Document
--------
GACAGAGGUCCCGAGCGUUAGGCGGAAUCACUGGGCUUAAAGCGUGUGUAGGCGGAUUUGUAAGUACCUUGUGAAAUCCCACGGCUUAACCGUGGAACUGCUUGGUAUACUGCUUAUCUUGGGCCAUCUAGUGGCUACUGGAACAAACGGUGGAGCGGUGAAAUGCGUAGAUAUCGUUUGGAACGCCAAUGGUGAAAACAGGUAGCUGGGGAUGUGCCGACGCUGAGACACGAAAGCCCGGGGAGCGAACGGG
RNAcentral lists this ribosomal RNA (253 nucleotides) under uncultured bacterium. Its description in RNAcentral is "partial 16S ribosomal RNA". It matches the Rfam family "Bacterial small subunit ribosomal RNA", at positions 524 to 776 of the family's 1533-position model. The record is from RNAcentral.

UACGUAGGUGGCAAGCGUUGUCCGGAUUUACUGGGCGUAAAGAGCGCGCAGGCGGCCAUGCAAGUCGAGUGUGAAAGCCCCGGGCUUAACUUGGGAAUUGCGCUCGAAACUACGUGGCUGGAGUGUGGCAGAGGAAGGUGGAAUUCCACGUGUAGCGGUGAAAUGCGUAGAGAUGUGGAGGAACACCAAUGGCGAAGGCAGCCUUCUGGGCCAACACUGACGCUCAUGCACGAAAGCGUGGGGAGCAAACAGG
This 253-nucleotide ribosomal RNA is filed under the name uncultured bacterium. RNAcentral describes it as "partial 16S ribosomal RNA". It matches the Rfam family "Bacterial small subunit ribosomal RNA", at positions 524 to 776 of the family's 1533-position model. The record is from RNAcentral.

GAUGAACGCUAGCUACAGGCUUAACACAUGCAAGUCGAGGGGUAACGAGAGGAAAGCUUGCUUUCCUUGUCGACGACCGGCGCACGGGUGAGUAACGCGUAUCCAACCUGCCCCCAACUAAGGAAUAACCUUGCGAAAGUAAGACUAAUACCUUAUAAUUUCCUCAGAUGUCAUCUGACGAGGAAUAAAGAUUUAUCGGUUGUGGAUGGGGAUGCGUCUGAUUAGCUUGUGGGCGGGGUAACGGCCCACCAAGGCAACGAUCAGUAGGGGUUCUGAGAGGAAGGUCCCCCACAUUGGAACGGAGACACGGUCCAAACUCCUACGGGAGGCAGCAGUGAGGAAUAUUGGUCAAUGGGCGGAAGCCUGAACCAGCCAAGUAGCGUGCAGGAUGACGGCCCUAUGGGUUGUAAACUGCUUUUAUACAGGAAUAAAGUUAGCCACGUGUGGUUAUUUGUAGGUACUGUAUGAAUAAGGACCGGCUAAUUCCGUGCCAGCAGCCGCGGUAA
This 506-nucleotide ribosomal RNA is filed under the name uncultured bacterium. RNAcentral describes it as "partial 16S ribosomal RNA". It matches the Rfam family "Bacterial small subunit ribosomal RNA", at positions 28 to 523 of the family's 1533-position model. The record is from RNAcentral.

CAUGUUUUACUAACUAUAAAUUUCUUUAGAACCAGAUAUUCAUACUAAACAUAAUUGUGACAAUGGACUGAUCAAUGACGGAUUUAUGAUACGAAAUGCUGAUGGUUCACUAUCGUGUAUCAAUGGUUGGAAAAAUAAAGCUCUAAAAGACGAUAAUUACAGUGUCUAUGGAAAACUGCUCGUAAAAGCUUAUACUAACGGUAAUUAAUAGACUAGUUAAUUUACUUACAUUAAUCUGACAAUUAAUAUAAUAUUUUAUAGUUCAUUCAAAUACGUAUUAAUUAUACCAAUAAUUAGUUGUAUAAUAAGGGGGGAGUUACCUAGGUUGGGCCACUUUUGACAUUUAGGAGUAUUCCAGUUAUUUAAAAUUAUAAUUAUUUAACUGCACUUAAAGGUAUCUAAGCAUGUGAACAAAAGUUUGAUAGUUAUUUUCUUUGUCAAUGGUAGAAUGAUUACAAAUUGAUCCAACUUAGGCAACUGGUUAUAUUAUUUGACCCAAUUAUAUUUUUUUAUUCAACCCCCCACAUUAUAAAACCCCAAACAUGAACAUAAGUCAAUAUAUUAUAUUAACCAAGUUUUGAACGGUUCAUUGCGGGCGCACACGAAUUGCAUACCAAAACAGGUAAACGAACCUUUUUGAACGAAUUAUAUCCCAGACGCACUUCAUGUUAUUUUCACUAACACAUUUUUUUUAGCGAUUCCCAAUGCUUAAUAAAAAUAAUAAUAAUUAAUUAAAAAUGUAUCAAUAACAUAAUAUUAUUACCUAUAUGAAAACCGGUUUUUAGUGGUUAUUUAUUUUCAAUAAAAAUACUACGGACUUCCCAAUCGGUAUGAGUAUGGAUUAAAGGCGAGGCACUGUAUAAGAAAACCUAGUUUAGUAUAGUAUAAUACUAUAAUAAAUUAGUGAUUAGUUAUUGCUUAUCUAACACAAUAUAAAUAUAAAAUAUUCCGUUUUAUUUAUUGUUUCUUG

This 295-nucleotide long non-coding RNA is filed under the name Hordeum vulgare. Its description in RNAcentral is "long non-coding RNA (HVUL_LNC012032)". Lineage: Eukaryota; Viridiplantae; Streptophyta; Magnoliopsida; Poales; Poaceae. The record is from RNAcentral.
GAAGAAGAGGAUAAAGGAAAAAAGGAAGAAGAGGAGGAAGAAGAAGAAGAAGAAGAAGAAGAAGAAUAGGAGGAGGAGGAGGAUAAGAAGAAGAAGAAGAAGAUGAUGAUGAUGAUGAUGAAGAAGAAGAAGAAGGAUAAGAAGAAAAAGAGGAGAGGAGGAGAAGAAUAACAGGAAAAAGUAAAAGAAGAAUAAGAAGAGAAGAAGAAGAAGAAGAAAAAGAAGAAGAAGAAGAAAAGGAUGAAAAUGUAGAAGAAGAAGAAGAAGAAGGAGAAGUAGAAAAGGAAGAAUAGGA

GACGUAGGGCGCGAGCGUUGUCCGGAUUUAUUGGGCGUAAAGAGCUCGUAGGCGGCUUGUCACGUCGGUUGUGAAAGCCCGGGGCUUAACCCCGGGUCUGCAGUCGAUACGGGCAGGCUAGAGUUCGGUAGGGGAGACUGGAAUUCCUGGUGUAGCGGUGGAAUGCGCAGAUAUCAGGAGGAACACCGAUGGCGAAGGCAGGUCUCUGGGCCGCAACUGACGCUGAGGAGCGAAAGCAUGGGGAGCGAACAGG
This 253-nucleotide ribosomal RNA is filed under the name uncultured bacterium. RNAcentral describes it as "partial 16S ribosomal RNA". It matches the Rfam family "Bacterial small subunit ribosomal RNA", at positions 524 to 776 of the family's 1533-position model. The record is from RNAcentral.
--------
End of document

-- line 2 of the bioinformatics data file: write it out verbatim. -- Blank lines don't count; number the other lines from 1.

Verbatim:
RNAcentral lists this ribosomal RNA (253 nucleotides) under uncultured bacterium. Its description in RNAcentral is "partial 16S ribosomal RNA". It matches the Rfam family "Bacterial small subunit ribosomal RNA", at positions 524 to 776 of the family's 1533-position model. The record is from RNAcentral.